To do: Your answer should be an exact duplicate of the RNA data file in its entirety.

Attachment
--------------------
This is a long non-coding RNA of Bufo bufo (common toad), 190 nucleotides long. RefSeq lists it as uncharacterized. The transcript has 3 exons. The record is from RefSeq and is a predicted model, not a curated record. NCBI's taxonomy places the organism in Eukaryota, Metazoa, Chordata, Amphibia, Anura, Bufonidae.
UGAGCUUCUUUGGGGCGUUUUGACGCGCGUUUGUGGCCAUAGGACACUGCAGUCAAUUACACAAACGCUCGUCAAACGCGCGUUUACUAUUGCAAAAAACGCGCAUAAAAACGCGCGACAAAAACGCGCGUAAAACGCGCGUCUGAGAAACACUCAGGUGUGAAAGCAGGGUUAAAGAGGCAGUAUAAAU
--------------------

This is a long non-coding RNA of Bufo bufo (common toad), 190 nucleotides long. RefSeq lists it as uncharacterized. The transcript has 3 exons. The record is from RefSeq and is a predicted model, not a curated record. NCBI's taxonomy places the organism in Eukaryota, Metazoa, Chordata, Amphibia, Anura, Bufonidae.
UGAGCUUCUUUGGGGCGUUUUGACGCGCGUUUGUGGCCAUAGGACACUGCAGUCAAUUACACAAACGCUCGUCAAACGCGCGUUUACUAUUGCAAAAAACGCGCAUAAAAACGCGCGACAAAAACGCGCGUAAAACGCGCGUCUGAGAAACACUCAGGUGUGAAAGCAGGGUUAAAGAGGCAGUAUAAAU